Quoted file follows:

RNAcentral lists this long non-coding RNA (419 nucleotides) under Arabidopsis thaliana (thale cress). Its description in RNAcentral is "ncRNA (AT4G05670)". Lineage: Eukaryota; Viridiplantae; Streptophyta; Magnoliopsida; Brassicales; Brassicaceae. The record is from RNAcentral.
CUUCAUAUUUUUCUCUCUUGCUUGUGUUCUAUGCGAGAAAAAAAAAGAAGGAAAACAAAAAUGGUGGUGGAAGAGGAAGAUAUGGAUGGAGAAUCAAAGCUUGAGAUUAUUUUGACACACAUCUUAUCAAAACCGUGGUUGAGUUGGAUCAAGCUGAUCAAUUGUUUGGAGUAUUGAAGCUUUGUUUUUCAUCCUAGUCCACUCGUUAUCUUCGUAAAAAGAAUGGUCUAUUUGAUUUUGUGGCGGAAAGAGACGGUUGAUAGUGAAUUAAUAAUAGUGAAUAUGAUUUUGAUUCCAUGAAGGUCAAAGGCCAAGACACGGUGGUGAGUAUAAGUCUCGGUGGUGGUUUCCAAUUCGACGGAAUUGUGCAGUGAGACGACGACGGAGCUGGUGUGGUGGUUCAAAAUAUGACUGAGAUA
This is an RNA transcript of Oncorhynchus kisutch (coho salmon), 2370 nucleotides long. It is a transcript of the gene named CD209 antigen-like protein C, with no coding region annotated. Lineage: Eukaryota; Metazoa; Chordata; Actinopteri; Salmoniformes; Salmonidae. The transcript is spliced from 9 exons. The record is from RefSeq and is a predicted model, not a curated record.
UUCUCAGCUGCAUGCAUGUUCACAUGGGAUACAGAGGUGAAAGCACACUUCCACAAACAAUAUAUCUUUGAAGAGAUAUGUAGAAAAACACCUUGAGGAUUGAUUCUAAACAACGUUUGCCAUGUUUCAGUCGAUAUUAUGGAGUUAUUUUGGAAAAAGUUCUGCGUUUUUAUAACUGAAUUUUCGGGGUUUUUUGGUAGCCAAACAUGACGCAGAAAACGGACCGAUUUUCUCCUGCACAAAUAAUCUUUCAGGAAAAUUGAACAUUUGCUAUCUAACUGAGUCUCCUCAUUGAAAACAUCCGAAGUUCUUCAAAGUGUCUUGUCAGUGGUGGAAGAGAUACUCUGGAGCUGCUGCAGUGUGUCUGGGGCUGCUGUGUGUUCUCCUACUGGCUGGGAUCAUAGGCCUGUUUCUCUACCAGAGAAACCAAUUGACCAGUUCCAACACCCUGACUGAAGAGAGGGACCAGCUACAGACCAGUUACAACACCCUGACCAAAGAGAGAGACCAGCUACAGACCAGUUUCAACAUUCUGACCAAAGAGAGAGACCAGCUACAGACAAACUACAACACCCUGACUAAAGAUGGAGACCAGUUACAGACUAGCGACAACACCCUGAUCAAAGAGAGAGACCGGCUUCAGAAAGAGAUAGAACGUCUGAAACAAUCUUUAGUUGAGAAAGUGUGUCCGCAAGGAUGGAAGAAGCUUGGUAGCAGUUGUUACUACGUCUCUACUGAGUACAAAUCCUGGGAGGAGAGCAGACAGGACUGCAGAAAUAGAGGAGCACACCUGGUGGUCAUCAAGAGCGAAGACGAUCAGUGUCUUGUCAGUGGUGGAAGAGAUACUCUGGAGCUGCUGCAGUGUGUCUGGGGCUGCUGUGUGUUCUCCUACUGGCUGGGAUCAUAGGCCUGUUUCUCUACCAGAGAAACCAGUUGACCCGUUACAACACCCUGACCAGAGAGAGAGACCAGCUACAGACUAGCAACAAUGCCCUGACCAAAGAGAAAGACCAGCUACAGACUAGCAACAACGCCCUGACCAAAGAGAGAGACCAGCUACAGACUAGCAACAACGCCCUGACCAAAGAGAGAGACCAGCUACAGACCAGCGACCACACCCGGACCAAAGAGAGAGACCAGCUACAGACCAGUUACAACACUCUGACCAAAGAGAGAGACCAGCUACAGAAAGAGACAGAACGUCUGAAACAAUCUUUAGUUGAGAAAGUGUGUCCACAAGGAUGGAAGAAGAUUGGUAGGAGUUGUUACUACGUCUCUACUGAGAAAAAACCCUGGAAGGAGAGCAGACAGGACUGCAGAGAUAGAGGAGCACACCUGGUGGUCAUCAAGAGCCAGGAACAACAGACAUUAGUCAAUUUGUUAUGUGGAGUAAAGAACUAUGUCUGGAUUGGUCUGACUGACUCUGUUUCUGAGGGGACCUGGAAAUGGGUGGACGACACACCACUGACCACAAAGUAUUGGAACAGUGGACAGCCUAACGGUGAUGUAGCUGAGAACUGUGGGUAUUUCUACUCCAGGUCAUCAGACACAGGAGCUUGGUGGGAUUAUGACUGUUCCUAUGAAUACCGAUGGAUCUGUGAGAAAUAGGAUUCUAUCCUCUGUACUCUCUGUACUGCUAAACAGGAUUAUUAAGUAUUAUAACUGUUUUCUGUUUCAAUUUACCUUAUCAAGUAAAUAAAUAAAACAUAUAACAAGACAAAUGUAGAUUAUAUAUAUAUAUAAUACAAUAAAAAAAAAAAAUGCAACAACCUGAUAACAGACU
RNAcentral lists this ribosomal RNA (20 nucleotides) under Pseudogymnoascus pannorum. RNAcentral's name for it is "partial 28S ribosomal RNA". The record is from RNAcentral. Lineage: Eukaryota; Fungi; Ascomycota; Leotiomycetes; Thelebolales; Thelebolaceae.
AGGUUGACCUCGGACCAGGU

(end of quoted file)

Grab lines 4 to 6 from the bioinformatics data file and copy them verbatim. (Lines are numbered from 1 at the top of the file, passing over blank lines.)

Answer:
UUCUCAGCUGCAUGCAUGUUCACAUGGGAUACAGAGGUGAAAGCACACUUCCACAAACAAUAUAUCUUUGAAGAGAUAUGUAGAAAAACACCUUGAGGAUUGAUUCUAAACAACGUUUGCCAUGUUUCAGUCGAUAUUAUGGAGUUAUUUUGGAAAAAGUUCUGCGUUUUUAUAACUGAAUUUUCGGGGUUUUUUGGUAGCCAAACAUGACGCAGAAAACGGACCGAUUUUCUCCUGCACAAAUAAUCUUUCAGGAAAAUUGAACAUUUGCUAUCUAACUGAGUCUCCUCAUUGAAAACAUCCGAAGUUCUUCAAAGUGUCUUGUCAGUGGUGGAAGAGAUACUCUGGAGCUGCUGCAGUGUGUCUGGGGCUGCUGUGUGUUCUCCUACUGGCUGGGAUCAUAGGCCUGUUUCUCUACCAGAGAAACCAAUUGACCAGUUCCAACACCCUGACUGAAGAGAGGGACCAGCUACAGACCAGUUACAACACCCUGACCAAAGAGAGAGACCAGCUACAGACCAGUUUCAACAUUCUGACCAAAGAGAGAGACCAGCUACAGACAAACUACAACACCCUGACUAAAGAUGGAGACCAGUUACAGACUAGCGACAACACCCUGAUCAAAGAGAGAGACCGGCUUCAGAAAGAGAUAGAACGUCUGAAACAAUCUUUAGUUGAGAAAGUGUGUCCGCAAGGAUGGAAGAAGCUUGGUAGCAGUUGUUACUACGUCUCUACUGAGUACAAAUCCUGGGAGGAGAGCAGACAGGACUGCAGAAAUAGAGGAGCACACCUGGUGGUCAUCAAGAGCGAAGACGAUCAGUGUCUUGUCAGUGGUGGAAGAGAUACUCUGGAGCUGCUGCAGUGUGUCUGGGGCUGCUGUGUGUUCUCCUACUGGCUGGGAUCAUAGGCCUGUUUCUCUACCAGAGAAACCAGUUGACCCGUUACAACACCCUGACCAGAGAGAGAGACCAGCUACAGACUAGCAACAAUGCCCUGACCAAAGAGAAAGACCAGCUACAGACUAGCAACAACGCCCUGACCAAAGAGAGAGACCAGCUACAGACUAGCAACAACGCCCUGACCAAAGAGAGAGACCAGCUACAGACCAGCGACCACACCCGGACCAAAGAGAGAGACCAGCUACAGACCAGUUACAACACUCUGACCAAAGAGAGAGACCAGCUACAGAAAGAGACAGAACGUCUGAAACAAUCUUUAGUUGAGAAAGUGUGUCCACAAGGAUGGAAGAAGAUUGGUAGGAGUUGUUACUACGUCUCUACUGAGAAAAAACCCUGGAAGGAGAGCAGACAGGACUGCAGAGAUAGAGGAGCACACCUGGUGGUCAUCAAGAGCCAGGAACAACAGACAUUAGUCAAUUUGUUAUGUGGAGUAAAGAACUAUGUCUGGAUUGGUCUGACUGACUCUGUUUCUGAGGGGACCUGGAAAUGGGUGGACGACACACCACUGACCACAAAGUAUUGGAACAGUGGACAGCCUAACGGUGAUGUAGCUGAGAACUGUGGGUAUUUCUACUCCAGGUCAUCAGACACAGGAGCUUGGUGGGAUUAUGACUGUUCCUAUGAAUACCGAUGGAUCUGUGAGAAAUAGGAUUCUAUCCUCUGUACUCUCUGUACUGCUAAACAGGAUUAUUAAGUAUUAUAACUGUUUUCUGUUUCAAUUUACCUUAUCAAGUAAAUAAAUAAAACAUAUAACAAGACAAAUGUAGAUUAUAUAUAUAUAUAAUACAAUAAAAAAAAAAAAUGCAACAACCUGAUAACAGACU
RNAcentral lists this ribosomal RNA (20 nucleotides) under Pseudogymnoascus pannorum. RNAcentral's name for it is "partial 28S ribosomal RNA". The record is from RNAcentral. Lineage: Eukaryota; Fungi; Ascomycota; Leotiomycetes; Thelebolales; Thelebolaceae.
AGGUUGACCUCGGACCAGGU